AMANPOUR: And even as he's told you that he was making mistakes -- and you pushed him, you know, you asked him, isn't it possible that these crimes that you're talking about may have been perpetrated by units under your command, and again the president says, "Of course, mistakes have been made all the time. Crimes are committed." But then he says, "Is the state to be held responsible?"

I guess I'm struck by this constant, you know, sort of shoving off of responsibility as if -- as if his army and his security forces were operating under their own command.

CAKIROZER: Yes, you're right, I mean, he was -- I mean, he was saying either individual or sometimes institutional, but he was sort of isolating himself and the state, what he would -- what he meant, the state from this responsibility, you are right. I mean, I asked two -- I think two times, and he sort of -- he says he might have some mistakes, but then he doesn't take the full responsibility.

And in addition to that, I also asked the U.N. reporting of U.N. Human Rights Council has had a 20-page lengthy report, which has put the most of the blame on the regime and the (inaudible) regime and the Syrian army.

But then he just simply said that he meant that he doesn't care, these reports. And that these reports, these U.N. reports -- he knows how these U.N. reports are prepared, I mean, by the dominance of some Western powers rather than objective reasonings. So this is how his reasoning is.

AMANPOUR: And, Utku, I was really struck because he invited you in as a Turkish journalist because of the shootdown of the Turkish plane and he wanted to apologize and say they didn't know it was a Turkish plane, thought it was an Israeli plane. But he was really harsh about Prime Minister Erdogan. I mean, he said that he was, you know, he had lost his standing, that he had no credibility in the Arab world, that he had failed on the Arab stage. Were you struck by his strong, harsh words against Prime Minister Erdogan?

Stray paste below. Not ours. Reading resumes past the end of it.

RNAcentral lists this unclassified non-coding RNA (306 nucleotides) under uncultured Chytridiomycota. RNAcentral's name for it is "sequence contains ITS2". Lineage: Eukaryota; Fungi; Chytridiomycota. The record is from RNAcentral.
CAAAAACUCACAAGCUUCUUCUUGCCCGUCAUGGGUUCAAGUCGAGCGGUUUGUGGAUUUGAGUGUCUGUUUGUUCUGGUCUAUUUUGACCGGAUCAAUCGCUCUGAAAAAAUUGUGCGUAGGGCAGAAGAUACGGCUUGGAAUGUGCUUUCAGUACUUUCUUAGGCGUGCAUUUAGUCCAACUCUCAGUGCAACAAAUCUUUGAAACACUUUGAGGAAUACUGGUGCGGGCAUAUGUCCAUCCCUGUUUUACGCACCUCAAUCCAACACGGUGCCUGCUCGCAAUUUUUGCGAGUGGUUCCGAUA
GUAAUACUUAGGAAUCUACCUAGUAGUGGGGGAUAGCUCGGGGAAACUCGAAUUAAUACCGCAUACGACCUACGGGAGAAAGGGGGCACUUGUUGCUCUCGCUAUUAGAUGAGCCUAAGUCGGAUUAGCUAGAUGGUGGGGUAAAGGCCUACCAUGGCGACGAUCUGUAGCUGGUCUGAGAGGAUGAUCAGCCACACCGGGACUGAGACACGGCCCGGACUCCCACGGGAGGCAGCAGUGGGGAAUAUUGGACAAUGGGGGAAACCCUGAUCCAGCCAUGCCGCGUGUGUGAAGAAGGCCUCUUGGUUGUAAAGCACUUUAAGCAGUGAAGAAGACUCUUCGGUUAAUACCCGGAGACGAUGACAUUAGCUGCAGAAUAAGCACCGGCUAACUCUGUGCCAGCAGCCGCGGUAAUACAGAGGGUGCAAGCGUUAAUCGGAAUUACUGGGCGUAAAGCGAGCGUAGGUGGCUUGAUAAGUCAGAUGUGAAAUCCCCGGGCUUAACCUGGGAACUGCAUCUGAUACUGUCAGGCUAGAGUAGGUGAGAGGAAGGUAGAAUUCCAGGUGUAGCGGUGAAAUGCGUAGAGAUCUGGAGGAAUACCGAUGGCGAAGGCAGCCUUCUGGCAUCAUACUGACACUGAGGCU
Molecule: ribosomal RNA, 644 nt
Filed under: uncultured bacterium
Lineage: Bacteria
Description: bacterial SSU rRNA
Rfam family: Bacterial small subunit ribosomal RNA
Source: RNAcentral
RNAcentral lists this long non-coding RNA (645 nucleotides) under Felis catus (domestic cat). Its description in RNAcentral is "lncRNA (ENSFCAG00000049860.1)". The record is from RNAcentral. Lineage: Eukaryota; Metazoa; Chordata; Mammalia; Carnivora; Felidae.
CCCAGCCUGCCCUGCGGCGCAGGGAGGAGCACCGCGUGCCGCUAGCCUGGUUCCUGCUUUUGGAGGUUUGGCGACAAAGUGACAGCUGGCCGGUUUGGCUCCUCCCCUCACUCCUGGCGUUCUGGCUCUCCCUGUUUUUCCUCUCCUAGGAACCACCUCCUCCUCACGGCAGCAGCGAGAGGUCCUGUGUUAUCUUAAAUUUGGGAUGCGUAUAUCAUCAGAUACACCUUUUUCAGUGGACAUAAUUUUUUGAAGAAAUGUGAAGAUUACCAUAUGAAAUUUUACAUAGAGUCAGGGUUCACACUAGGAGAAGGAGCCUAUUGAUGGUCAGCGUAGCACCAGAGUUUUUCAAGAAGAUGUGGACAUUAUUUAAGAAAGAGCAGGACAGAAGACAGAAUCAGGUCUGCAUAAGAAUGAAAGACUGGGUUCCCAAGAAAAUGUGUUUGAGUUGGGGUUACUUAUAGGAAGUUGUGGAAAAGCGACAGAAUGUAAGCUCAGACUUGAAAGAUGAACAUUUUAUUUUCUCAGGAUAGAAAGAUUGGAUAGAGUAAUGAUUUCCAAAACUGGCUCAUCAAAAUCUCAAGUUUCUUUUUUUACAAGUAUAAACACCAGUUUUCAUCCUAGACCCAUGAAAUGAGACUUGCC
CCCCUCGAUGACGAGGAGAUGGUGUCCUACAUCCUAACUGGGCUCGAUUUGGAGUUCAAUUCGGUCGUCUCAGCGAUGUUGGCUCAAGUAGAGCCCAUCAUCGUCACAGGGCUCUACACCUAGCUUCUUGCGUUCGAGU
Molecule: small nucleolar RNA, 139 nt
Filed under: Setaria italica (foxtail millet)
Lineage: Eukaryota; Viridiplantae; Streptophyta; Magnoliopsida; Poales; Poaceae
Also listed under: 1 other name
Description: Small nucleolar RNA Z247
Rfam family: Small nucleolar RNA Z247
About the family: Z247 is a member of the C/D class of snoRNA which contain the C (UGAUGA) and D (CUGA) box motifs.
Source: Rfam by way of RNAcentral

CAKIROZER: Yes, actually, I'm surprised but on the other hand, I was expecting him to react, but not that much harsh, because, you know, the Turkish prime minister was also very much harsh on him for along time, but also especially after the shooting down of the Turkish fighter. So the two, I mean, you remember these two leaders were sort of very much friendly.

I mean, just 15 or 16 months ago, having holidays with their wives, so for me, I was very much curious about, you know, to get his part of the story, how they sort of get that much polarized. I mean, the two leaders, the two friends get that much polarized. That -- so some part of the interview has been focused on his relations with the prime minister.

And he was very much sort of focused on prime minister rather than the Turkish people, really, you know, the Turkish government rather than the Turkish people. He was sort of trying to give his messages to the people.

AMANPOUR: Right. And Utku, finally, do you get a sense what his general mood is and whether he plans to continue and just fight this out to the end?

CAKIROZER: Yes, unfortunately, I got this feeling that he's going to -- he's going to continue and maybe more and more, because he said he calls them the opposition as the terrorists, and according to him, there is only one problem in his country, which is terrorism.

And he told me a lot about the reform process and according to him, everything is all right in the reform process. But the only problem is the external interventions coming from Americans and Western powers, including Turkey. And other than that, he names his struggle as a struggle against terrorism.

AMANPOUR: Utku Cakirozer, thank you so much indeed for joining us with all your insights.

We'll be right back.

(COMMERCIAL BREAK)

AMANPOUR: And finally tonight, imagine a world where scientists keep the faith. You may have heard, of course, about the discovery of the so- called "God particle." It's also known as the Higgs boson, a subatomic piece of the cosmic glue that makes creation possible.

Peter Higgs is a physicist who first theorized its existence 48 years ago, and he doesn't care for the term "God particle." Higgs is an avowed atheist. But imagine the faith that it really did take to spend all those years waiting to have his theory confirmed.

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PETER HIGGS, PHYSICIST: For me, it's really an incredible thing that it's happened in my lifetime.

(LAUGHTER)

HIGGS: It's taken --

(APPLAUSE)

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AMANPOUR: So what exactly is the Higgs boson? Think about the vast emptiness of space, particles would just keep racing through at the speed of light and never take form or life if it weren't for a kind of glue that sticks them together and allows them to take on form or mass. That glue is the Higgs boson.

Nobel laureate Frank Wilczek said of the discovery, "It seems my faith has been rewarded." Science and faith may appear to be worlds apart, but believing what you can't see may be the glue that holds them together.

And that's it for tonight's program. Meantime, our inbox is always open, amanpour@cnn.com. Thanks for watching and goodbye from New York.